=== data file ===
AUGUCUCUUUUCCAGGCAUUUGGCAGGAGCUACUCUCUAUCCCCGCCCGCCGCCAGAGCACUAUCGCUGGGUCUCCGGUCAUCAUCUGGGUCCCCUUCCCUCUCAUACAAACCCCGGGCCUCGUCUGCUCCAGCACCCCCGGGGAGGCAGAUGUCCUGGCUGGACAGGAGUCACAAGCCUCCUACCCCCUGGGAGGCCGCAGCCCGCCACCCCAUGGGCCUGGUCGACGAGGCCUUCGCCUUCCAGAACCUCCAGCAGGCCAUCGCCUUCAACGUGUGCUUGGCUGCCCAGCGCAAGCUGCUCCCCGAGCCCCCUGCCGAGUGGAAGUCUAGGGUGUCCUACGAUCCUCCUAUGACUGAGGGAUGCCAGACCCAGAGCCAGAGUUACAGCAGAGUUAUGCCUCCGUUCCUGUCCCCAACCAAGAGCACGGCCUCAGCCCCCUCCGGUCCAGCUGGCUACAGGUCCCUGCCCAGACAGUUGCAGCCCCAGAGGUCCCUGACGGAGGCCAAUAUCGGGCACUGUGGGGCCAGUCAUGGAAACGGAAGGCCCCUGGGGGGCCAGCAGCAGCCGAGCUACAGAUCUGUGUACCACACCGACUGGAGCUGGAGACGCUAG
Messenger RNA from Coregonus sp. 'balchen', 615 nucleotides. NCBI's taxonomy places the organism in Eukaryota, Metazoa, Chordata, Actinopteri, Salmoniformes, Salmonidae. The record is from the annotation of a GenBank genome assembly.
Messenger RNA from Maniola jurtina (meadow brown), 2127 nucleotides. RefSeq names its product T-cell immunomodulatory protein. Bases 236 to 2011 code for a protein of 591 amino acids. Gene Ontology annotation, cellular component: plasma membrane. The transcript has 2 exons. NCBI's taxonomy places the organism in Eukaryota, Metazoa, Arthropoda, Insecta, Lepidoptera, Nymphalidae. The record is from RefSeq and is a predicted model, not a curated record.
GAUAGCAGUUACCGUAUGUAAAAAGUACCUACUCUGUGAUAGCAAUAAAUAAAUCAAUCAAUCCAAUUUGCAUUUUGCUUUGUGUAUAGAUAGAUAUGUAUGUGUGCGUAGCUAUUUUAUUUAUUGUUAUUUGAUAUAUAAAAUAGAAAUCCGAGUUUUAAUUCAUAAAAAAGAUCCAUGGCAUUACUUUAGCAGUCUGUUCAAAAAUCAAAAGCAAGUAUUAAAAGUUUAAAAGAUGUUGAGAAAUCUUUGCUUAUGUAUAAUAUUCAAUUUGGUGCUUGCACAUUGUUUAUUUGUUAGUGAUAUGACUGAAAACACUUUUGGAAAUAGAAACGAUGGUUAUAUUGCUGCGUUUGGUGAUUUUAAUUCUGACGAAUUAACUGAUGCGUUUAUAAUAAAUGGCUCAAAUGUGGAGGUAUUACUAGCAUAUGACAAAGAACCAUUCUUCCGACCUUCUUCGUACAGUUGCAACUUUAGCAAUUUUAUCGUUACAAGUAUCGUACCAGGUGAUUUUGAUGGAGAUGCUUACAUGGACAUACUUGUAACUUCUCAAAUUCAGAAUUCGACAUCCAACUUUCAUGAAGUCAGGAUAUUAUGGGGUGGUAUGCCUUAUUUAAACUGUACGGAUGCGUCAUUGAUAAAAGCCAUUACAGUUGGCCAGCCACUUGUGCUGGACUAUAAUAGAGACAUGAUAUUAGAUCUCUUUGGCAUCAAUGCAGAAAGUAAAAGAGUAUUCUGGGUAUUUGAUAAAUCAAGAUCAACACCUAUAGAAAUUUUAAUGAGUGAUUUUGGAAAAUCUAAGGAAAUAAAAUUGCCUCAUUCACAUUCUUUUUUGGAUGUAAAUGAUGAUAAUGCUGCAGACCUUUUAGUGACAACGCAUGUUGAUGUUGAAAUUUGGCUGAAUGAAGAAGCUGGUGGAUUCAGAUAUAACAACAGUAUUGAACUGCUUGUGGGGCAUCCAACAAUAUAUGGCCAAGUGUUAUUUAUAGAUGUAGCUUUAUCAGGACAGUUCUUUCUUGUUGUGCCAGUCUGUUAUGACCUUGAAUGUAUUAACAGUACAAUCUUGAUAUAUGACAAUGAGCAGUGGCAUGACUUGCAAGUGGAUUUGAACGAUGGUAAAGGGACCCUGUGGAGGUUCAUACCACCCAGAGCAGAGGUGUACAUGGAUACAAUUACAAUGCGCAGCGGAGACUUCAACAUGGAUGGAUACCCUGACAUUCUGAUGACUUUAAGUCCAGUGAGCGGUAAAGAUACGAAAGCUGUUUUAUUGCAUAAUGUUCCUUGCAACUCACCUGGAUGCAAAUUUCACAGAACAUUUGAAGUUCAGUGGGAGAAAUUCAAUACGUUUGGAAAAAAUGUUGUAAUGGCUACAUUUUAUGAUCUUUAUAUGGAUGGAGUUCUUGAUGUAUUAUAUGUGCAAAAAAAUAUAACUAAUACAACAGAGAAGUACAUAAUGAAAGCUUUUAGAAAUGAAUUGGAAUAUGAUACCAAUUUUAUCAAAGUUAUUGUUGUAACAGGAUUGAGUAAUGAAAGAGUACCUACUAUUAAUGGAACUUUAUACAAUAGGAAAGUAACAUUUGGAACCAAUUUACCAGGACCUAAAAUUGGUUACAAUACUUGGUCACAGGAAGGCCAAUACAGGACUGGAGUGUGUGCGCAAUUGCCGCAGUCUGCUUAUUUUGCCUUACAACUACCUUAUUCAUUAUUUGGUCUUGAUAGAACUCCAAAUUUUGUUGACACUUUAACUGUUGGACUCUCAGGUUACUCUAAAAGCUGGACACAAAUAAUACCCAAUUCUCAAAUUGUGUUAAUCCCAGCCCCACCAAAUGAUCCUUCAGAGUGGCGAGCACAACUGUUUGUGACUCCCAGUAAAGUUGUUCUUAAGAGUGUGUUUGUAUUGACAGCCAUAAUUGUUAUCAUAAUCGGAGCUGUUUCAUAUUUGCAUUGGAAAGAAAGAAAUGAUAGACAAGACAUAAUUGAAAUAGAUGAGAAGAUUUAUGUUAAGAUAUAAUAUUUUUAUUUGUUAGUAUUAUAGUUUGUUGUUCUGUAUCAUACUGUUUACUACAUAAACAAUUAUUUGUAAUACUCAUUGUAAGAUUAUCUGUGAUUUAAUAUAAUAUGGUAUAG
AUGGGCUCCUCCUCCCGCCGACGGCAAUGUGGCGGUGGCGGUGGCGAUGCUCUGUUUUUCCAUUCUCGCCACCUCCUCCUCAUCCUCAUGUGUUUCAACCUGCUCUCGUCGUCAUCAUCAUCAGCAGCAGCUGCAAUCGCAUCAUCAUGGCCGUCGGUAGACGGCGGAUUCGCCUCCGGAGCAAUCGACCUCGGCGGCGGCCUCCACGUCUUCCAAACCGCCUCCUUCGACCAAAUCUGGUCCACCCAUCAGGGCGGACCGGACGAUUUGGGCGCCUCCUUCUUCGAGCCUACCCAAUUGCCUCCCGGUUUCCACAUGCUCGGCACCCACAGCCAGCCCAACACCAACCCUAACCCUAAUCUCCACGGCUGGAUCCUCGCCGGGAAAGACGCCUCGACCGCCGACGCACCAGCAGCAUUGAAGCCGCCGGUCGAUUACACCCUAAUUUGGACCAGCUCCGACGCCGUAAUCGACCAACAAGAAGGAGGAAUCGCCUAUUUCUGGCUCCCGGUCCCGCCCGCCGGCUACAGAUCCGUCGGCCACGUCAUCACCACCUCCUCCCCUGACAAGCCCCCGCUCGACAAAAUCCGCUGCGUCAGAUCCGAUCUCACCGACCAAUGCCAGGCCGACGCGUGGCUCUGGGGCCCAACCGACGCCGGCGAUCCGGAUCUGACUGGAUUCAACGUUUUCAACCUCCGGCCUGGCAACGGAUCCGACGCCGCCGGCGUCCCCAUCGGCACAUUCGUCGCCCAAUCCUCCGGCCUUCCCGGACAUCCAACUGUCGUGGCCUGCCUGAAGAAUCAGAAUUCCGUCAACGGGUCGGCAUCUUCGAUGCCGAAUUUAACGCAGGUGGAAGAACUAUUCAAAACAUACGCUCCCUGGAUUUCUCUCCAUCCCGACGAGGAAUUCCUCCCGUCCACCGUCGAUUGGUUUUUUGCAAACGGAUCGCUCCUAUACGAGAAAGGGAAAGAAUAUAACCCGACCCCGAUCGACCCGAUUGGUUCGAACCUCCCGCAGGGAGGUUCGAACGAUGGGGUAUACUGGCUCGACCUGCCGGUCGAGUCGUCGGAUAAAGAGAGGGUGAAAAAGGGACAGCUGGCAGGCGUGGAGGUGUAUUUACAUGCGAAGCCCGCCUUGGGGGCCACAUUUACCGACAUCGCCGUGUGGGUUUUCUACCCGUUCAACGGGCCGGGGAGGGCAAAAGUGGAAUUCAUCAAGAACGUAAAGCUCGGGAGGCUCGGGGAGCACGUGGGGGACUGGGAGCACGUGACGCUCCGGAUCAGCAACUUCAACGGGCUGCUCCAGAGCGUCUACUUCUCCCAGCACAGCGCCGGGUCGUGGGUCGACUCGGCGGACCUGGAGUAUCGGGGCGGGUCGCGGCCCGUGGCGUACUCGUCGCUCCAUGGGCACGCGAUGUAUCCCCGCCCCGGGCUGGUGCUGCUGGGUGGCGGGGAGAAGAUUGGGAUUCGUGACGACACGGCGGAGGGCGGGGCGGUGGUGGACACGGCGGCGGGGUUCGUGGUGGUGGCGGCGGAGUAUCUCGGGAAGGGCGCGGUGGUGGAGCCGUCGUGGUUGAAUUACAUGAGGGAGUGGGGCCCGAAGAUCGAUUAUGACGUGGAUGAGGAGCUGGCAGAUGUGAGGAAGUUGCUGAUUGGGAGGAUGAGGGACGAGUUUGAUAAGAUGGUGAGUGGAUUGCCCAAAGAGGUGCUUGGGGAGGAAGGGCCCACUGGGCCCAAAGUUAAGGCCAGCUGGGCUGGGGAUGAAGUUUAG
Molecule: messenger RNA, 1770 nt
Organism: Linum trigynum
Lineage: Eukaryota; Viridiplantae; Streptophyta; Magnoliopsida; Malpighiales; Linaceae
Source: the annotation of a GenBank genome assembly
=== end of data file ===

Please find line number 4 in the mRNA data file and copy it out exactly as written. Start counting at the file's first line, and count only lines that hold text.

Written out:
GAUAGCAGUUACCGUAUGUAAAAAGUACCUACUCUGUGAUAGCAAUAAAUAAAUCAAUCAAUCCAAUUUGCAUUUUGCUUUGUGUAUAGAUAGAUAUGUAUGUGUGCGUAGCUAUUUUAUUUAUUGUUAUUUGAUAUAUAAAAUAGAAAUCCGAGUUUUAAUUCAUAAAAAAGAUCCAUGGCAUUACUUUAGCAGUCUGUUCAAAAAUCAAAAGCAAGUAUUAAAAGUUUAAAAGAUGUUGAGAAAUCUUUGCUUAUGUAUAAUAUUCAAUUUGGUGCUUGCACAUUGUUUAUUUGUUAGUGAUAUGACUGAAAACACUUUUGGAAAUAGAAACGAUGGUUAUAUUGCUGCGUUUGGUGAUUUUAAUUCUGACGAAUUAACUGAUGCGUUUAUAAUAAAUGGCUCAAAUGUGGAGGUAUUACUAGCAUAUGACAAAGAACCAUUCUUCCGACCUUCUUCGUACAGUUGCAACUUUAGCAAUUUUAUCGUUACAAGUAUCGUACCAGGUGAUUUUGAUGGAGAUGCUUACAUGGACAUACUUGUAACUUCUCAAAUUCAGAAUUCGACAUCCAACUUUCAUGAAGUCAGGAUAUUAUGGGGUGGUAUGCCUUAUUUAAACUGUACGGAUGCGUCAUUGAUAAAAGCCAUUACAGUUGGCCAGCCACUUGUGCUGGACUAUAAUAGAGACAUGAUAUUAGAUCUCUUUGGCAUCAAUGCAGAAAGUAAAAGAGUAUUCUGGGUAUUUGAUAAAUCAAGAUCAACACCUAUAGAAAUUUUAAUGAGUGAUUUUGGAAAAUCUAAGGAAAUAAAAUUGCCUCAUUCACAUUCUUUUUUGGAUGUAAAUGAUGAUAAUGCUGCAGACCUUUUAGUGACAACGCAUGUUGAUGUUGAAAUUUGGCUGAAUGAAGAAGCUGGUGGAUUCAGAUAUAACAACAGUAUUGAACUGCUUGUGGGGCAUCCAACAAUAUAUGGCCAAGUGUUAUUUAUAGAUGUAGCUUUAUCAGGACAGUUCUUUCUUGUUGUGCCAGUCUGUUAUGACCUUGAAUGUAUUAACAGUACAAUCUUGAUAUAUGACAAUGAGCAGUGGCAUGACUUGCAAGUGGAUUUGAACGAUGGUAAAGGGACCCUGUGGAGGUUCAUACCACCCAGAGCAGAGGUGUACAUGGAUACAAUUACAAUGCGCAGCGGAGACUUCAACAUGGAUGGAUACCCUGACAUUCUGAUGACUUUAAGUCCAGUGAGCGGUAAAGAUACGAAAGCUGUUUUAUUGCAUAAUGUUCCUUGCAACUCACCUGGAUGCAAAUUUCACAGAACAUUUGAAGUUCAGUGGGAGAAAUUCAAUACGUUUGGAAAAAAUGUUGUAAUGGCUACAUUUUAUGAUCUUUAUAUGGAUGGAGUUCUUGAUGUAUUAUAUGUGCAAAAAAAUAUAACUAAUACAACAGAGAAGUACAUAAUGAAAGCUUUUAGAAAUGAAUUGGAAUAUGAUACCAAUUUUAUCAAAGUUAUUGUUGUAACAGGAUUGAGUAAUGAAAGAGUACCUACUAUUAAUGGAACUUUAUACAAUAGGAAAGUAACAUUUGGAACCAAUUUACCAGGACCUAAAAUUGGUUACAAUACUUGGUCACAGGAAGGCCAAUACAGGACUGGAGUGUGUGCGCAAUUGCCGCAGUCUGCUUAUUUUGCCUUACAACUACCUUAUUCAUUAUUUGGUCUUGAUAGAACUCCAAAUUUUGUUGACACUUUAACUGUUGGACUCUCAGGUUACUCUAAAAGCUGGACACAAAUAAUACCCAAUUCUCAAAUUGUGUUAAUCCCAGCCCCACCAAAUGAUCCUUCAGAGUGGCGAGCACAACUGUUUGUGACUCCCAGUAAAGUUGUUCUUAAGAGUGUGUUUGUAUUGACAGCCAUAAUUGUUAUCAUAAUCGGAGCUGUUUCAUAUUUGCAUUGGAAAGAAAGAAAUGAUAGACAAGACAUAAUUGAAAUAGAUGAGAAGAUUUAUGUUAAGAUAUAAUAUUUUUAUUUGUUAGUAUUAUAGUUUGUUGUUCUGUAUCAUACUGUUUACUACAUAAACAAUUAUUUGUAAUACUCAUUGUAAGAUUAUCUGUGAUUUAAUAUAAUAUGGUAUAG